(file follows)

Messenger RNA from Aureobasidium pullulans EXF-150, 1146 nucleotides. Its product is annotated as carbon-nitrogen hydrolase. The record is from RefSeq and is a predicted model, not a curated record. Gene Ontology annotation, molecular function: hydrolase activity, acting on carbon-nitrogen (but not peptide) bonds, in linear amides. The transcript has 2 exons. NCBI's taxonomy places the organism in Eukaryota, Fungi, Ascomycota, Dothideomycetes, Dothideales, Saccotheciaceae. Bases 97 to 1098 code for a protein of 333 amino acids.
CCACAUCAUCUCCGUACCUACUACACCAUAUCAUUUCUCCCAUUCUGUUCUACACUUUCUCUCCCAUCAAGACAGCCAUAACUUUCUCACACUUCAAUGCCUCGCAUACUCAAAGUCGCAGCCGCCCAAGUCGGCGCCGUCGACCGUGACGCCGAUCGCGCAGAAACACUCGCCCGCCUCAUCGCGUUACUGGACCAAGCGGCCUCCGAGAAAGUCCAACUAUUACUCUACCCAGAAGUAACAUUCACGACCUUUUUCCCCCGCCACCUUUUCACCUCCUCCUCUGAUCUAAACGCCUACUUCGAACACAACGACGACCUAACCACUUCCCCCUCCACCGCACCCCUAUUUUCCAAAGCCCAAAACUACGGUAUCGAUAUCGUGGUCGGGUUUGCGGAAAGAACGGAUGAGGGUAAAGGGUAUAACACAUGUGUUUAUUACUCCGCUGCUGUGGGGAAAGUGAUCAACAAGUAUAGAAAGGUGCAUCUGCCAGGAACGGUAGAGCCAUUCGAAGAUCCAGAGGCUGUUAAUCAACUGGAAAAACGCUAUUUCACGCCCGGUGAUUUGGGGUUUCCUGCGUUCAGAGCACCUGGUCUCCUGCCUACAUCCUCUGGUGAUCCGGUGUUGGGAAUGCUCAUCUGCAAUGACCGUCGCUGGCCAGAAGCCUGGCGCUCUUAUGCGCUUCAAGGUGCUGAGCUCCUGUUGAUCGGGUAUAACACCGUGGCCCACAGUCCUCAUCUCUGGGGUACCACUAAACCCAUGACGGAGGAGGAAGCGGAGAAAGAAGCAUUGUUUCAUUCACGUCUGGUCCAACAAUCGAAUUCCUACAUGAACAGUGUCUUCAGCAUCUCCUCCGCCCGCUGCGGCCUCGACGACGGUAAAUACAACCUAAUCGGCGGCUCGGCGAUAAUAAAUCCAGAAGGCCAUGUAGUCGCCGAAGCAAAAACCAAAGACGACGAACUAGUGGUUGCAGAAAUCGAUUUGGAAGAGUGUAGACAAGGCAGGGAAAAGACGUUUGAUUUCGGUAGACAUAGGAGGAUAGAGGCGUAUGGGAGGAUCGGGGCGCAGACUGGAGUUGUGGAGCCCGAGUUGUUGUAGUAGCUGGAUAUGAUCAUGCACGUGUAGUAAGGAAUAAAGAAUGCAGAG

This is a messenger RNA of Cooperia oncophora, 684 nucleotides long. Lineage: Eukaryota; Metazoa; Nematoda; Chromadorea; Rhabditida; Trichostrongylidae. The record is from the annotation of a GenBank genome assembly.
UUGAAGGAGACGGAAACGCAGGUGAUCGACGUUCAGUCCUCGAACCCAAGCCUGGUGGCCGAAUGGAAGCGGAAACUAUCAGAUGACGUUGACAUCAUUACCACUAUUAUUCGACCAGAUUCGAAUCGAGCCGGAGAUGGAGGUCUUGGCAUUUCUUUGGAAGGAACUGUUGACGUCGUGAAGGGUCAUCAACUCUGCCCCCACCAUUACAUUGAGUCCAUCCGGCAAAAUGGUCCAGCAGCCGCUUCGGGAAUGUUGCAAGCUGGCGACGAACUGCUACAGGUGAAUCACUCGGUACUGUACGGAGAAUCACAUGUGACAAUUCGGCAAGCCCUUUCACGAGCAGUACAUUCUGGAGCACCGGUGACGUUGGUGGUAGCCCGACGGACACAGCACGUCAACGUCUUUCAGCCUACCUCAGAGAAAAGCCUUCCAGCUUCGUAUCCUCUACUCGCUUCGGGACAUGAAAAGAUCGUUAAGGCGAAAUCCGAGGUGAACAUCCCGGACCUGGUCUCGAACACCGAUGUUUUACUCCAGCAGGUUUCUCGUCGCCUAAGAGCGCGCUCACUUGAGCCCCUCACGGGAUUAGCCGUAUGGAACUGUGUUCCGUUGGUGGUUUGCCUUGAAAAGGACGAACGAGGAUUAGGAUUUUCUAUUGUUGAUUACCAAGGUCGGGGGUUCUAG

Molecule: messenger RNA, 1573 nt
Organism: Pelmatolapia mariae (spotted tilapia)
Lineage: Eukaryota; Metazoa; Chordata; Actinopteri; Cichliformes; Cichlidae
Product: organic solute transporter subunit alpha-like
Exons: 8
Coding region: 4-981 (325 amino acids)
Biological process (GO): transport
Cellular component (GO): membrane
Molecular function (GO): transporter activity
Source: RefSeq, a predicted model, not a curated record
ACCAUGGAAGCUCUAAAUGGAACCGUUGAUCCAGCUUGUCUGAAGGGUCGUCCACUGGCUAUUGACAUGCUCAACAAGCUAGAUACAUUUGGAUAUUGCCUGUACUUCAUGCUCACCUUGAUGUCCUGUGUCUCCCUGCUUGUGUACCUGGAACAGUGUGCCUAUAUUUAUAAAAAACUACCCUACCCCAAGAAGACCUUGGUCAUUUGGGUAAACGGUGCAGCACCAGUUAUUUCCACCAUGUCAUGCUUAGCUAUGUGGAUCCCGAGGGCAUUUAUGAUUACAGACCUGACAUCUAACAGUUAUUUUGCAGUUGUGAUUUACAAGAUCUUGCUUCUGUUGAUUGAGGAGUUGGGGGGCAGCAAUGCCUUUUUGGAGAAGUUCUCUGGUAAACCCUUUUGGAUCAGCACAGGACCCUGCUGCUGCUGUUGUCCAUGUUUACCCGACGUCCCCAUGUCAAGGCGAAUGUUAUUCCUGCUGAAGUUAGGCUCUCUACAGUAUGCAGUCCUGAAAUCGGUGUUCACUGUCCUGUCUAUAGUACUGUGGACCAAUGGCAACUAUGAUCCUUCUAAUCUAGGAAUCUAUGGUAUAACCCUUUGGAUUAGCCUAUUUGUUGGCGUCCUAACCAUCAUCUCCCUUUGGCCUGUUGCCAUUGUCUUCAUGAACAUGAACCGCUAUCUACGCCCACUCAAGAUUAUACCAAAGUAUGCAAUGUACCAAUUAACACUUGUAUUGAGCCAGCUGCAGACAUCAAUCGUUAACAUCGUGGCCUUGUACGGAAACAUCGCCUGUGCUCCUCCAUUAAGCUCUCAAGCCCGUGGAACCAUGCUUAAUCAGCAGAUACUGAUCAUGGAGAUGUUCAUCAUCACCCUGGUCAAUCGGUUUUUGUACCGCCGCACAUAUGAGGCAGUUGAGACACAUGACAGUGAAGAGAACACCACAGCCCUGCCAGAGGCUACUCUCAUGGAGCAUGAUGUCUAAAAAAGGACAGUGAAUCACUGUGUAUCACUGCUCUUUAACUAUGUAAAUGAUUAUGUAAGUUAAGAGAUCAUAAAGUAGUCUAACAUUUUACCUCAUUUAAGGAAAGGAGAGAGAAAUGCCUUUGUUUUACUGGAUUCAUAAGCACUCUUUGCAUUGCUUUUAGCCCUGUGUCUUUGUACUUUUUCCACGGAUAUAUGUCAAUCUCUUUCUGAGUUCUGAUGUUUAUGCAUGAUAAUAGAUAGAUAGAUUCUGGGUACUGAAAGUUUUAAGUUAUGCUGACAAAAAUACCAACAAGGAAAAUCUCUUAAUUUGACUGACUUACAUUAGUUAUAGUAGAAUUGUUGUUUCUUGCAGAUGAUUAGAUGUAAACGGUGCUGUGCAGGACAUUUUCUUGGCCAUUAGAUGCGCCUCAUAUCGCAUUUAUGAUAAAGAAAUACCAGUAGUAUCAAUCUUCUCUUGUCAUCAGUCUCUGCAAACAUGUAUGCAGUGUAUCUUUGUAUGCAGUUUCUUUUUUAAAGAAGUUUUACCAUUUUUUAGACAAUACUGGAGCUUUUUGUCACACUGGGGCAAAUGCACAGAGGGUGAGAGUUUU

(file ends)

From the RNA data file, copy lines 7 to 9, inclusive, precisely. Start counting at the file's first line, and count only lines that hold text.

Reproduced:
Lineage: Eukaryota; Metazoa; Chordata; Actinopteri; Cichliformes; Cichlidae
Product: organic solute transporter subunit alpha-like
Exons: 8